Just bought a house and have some questions.

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Hi. I'm new. My name is Aaron and I live in central Wisconsin and I'm interested in solar power.

I have a big 6-12 pitch roof with lots of surface area pointing due south. It gets all day sun this time of year so I'm sure summer will be even better. I'm going to be putting in a new furnace system this next year and I'm seeing how fossil fuels are getting insanely expensive. I have an idea that I wanted to run past you guys. I wonder if I put in an electric boiler and baseboards if I could significantly offset the cost of heating with electric with solar panels when you consider generating power over the whole year? I see there's a ton or rebates and grants here for solar and windmills. I'm in town and I'm on the grid.

What other equipment would I need other than the pannels?

Comments

  • mike95490
    mike95490 Solar Expert Posts: 9,583 ✭✭✭✭✭
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    Re: Just bought a house and have some questions.

    I'd do 2 things.

    1) look into solar water heating via "Evacuated Tube" collectors. Heating water directly is a whole lot more efficient than collecting solar electric, and using that for heat.


    2) after your solar hot water is in, then consider solar electric in a Grid-Tie configuration to trim your electric bill.


    Mike
    Powerfab top of pole PV mount | Listeroid 6/1 w/st5 gen head | XW6048 inverter/chgr | Iota 48V/15A charger | Morningstar 60A MPPT | 48V, 800A NiFe Battery (in series)| 15, Evergreen 205w "12V" PV array on pole | Midnight ePanel | Grundfos 10 SO5-9 with 3 wire Franklin Electric motor (1/2hp 240V 1ph ) on a timer for 3 hr noontime run - Runs off PV ||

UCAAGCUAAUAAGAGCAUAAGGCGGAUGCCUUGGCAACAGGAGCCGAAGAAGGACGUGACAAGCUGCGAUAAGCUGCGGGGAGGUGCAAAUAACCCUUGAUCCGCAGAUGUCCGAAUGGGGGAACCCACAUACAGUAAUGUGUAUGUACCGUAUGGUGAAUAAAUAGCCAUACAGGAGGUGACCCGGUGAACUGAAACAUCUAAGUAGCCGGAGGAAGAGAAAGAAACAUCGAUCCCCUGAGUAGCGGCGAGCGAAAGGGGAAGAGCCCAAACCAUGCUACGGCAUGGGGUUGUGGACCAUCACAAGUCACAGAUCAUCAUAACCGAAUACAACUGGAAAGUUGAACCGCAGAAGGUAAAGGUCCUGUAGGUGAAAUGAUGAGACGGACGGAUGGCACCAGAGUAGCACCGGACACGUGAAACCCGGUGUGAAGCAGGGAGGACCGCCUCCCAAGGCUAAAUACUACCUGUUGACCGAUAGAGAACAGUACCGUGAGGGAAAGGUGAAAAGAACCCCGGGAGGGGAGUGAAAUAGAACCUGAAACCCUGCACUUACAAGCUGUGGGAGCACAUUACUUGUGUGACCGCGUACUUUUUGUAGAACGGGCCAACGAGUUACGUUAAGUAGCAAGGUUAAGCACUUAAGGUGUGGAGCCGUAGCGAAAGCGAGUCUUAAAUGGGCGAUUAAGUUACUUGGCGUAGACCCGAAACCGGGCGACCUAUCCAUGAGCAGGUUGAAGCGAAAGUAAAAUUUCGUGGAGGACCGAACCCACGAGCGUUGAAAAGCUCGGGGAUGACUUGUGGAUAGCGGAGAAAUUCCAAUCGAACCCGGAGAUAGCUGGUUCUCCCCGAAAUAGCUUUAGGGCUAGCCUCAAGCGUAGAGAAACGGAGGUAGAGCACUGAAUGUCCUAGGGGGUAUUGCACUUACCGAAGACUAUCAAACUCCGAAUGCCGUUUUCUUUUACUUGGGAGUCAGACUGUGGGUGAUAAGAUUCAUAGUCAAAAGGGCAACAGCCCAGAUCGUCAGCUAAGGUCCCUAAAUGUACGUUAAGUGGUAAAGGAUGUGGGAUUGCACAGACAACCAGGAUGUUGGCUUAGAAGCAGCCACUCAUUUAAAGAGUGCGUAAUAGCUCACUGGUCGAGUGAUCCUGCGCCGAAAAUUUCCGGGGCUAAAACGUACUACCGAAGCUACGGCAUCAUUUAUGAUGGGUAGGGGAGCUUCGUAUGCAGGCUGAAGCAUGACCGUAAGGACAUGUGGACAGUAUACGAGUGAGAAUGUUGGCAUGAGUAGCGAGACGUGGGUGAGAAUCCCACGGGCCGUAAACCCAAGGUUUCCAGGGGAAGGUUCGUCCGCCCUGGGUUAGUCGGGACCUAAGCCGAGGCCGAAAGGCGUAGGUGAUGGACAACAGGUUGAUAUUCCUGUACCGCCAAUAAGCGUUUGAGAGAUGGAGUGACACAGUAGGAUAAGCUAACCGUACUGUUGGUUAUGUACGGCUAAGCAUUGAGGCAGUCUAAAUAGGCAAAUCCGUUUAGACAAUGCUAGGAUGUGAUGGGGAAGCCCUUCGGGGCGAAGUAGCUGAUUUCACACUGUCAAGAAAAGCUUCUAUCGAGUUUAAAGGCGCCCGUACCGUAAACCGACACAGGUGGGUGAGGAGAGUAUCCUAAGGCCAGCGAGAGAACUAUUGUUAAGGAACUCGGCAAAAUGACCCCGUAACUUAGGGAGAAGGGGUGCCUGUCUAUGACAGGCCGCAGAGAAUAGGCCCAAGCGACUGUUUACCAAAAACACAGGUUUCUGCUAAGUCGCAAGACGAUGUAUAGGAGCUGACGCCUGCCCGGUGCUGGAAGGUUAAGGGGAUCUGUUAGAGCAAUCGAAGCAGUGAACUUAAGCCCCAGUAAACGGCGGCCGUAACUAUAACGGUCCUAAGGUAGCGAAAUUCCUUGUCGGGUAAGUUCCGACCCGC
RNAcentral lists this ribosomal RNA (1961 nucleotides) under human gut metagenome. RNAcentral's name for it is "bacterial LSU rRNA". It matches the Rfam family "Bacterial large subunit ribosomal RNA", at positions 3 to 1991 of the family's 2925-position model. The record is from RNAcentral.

|| Midnight Classic 200 | 10, Evergreen 200w in a 160VOC array ||
    || VEC1093 12V Charger | Maha C401 aa/aaa Charger | SureSine | Sunsaver MPPT 15A

    solar: http://tinyurl.com/LMR-Solar
    gen: http://tinyurl.com/LMR-Lister ,

  • icarus
    icarus Solar Expert Posts: 5,436 ✭✭✭✭
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    Re: Just bought a house and have some questions.

    Using resistance electric heating of any kind is VERY expensive to do using Photo electric solar. As Mike has suggested, use direct solar for water/space heat, and PV for other electrical needs.

    For example a 2.5kw electric baseboard would need 2.5kw of panel just to power the one baseboard, coming at an up front cost of $10-20,000.

    The basic rule for any RE system (should be for all energy systems!) is use efficiency first, efficiency second and efficiency third. After that, look into Solarizing your home.

    icarus
  • Solar Guppy
    Solar Guppy Solar Expert Posts: 1,989 ✭✭✭
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    Re: Just bought a house and have some questions.

    PV and resistance heating is DOA

    do some google searchs for Solar Thermal ... both air and water based.

    With direct southeren exposure the home would do well with something as simple as large windows, there are alot of good books on homes built to use solar thermal ... thats the path to be thinking about for your home.
  • Brock
    Brock Solar Expert Posts: 639 ✭✭✭✭
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    Re: Just bought a house and have some questions.

    What they all said, solar hot water is the way to go and it works up here. My brother just finished his solar hot water install and heats his hew house with hot water, radiant tubing in the basement cement floor as well as under the main floor. I have geothermal and solar PV in the house we are building now. My brother is in Denmark and I am in Green Bay. Hey if you haven't gone to the Midwest renewal energy fair it is a must and it's in our own backyard, over near Custer or Stevens Point every summer. http://www.the-mrea.org/energy_fair.php
    3kw solar PV, 4 LiFePO4 100a, xw 6048, Honda eu2000i, iota DLS-54-13, Tesla 3, Leaf, Volt, 4 ton horizontal geothermal, grid tied - Green Bay, WI
  • dale
    dale Solar Expert Posts: 29
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    Re: Just bought a house and have some questions.